With the deadline for the Affordable Health Care Act website here, the performance issues of the website healthcare.gov seems to be addressed, at least partially. In a press release, HHS reported that over 400 bugs and fixes had been addressed and an influx of server hardware and software fixes to address the stability issues with the October 1st release.
The repair consisted of the some of the following areas:
• Made hundreds of software fixes, upgraded hardware and monitored the system to make improvements;
• Stabilized the site at its original intended capacity; and
• Improved overall metrics, which means the site is working well for most users.
Out of all of the reports, there were no mention to security concerns or addressing the vulnerabilities identified in the healthcare.gov website. Recently, TrustedSec’s CEO presented in front of Congress on the security concerns on the healthcare.gov website. A prior post plus written testimony can be downloaded here. Out of the concerns, a number of undisclosed exposures have still not been addressed and exist today. This includes exposures identified by TrustedSec and other independent security researchers like Bob Rich who reported exposures several months ago and Bob Simo who found additional exposures.
Please note that TrustedSec performed no form of hacking, just passive analysis of the healthcare.gov website. One exposure identified is the ability to perform an open redirect, there are multiple open redirects still vulnerable on the healthcare.gov website and supporting sub-sites. As an example, below is a video from an exposure identified by Gillis Jones (independent security researcher). This exposure has since been fixed however very similar ones on the healthcare.gov and healthcare.gov sub-sites still exist. An example of what can happen in these scenarios is an attacker can send a targeted email to an individual that has signed up for healthcare.gov or is looking to and have it appear valid and legitimate and originate from the healthcare.gov website. Note that this one was on a sub-site however direct ones exist on healthcare.gov that still have not been addressed. Below is an example of going to the link and it redirecting to a malicious website that hacks the computer and takes complete control over it.
Additionally, TrustedSec identified the ability to enumerate user information (first, last, email, userid, profile, etc.) through one of the sub-sites that directly integrates into the healthcare.gov website. Below is an example of a script that enumerates as many users as you want (please note all information has been redacted as to not expose the vulnerability until it is fixed).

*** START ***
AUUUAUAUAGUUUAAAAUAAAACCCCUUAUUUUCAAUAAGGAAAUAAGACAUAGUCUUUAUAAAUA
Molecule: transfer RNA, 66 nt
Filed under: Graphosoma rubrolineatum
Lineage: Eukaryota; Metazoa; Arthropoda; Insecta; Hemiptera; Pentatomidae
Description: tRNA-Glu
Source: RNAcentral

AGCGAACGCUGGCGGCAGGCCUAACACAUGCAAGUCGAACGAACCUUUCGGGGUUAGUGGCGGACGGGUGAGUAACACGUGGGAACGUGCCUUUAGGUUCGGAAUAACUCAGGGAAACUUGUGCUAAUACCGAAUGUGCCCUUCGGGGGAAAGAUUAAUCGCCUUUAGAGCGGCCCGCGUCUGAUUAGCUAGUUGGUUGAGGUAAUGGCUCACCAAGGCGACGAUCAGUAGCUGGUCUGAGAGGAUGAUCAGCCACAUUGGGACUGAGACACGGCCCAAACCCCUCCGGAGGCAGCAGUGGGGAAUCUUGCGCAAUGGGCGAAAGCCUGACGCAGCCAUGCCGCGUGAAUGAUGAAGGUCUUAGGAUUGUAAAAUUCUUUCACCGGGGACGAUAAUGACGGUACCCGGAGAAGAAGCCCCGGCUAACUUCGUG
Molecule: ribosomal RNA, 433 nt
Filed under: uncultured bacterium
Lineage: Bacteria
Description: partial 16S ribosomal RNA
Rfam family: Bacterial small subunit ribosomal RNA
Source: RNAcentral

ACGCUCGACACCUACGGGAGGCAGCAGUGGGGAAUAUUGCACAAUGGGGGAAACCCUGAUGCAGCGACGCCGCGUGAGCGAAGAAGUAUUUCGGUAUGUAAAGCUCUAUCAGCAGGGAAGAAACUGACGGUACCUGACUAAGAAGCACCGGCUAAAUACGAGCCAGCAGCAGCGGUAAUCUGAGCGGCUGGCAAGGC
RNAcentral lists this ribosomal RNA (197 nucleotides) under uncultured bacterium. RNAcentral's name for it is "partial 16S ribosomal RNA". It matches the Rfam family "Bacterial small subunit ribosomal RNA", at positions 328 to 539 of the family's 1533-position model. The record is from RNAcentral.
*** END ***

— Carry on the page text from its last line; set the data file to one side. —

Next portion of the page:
Tens of thousands of user-based data appears to be vulnerable on the specified website and has not been addressed. There are a number of other exposures that have been reported privately that continue to expose users of the healthcare.gov website. It appears that the release and launch date of the website was purely on the functional levels, not that of the security. These are just two examples of many others that are still present on the healthcare.gov website and the supporting infrastructure.
While this is a heavily political topic, TrustedSec takes no stance politically period. This is purely a privacy and security concern issue and much larger concern for government security as a whole. Regardless of beliefs, political views, or stances, the website continues to incorporate poor security practices and should be addressed as soon as possible. What healthcare.gov has shown us is a much larger issue in the government procurement process around building security into applications. It is not specific to healthcare.gov alone, the state exchanges area of focus as Vermont just recently disclosed a security incident and the state exchanges appear to have even more systemic problems than its parent healthcare.gov. This issue spans both federal and state and should be a serious concern for everyone.
In the private sector, many (not all) organizations have successfully integrated security into the development lifecycle of building the applications versus after the fact. Successful organizations such as Facebook, Microsoft, Twitter, and others are not impervious to flaws within software, but are much less susceptible and reduce the risk based on solid security practices. Security needs to be integrated into every aspect of development and infrastructure support on all levels of the government.
Typically when contracts are selected, they are required to meet the Federal Information Security Management Act (FISMA) requirements and guidelines which is often left for interpretation, rarely specific, and often overly vague inside the contract language. The rules need to be tightened as we continue to see both federal and state websites defaced, compromised, and sensitive information stolen or posted online. It’s time for the federal and state government to step up and invest in the appropriate controls to protect sensitive information that conforms to industry best practices and most importantly, practices that work.
Until we move to a more secure development lifecycle in both the state and federal government, we will continue to see websites like healthcare.gov rise with little security controls in place.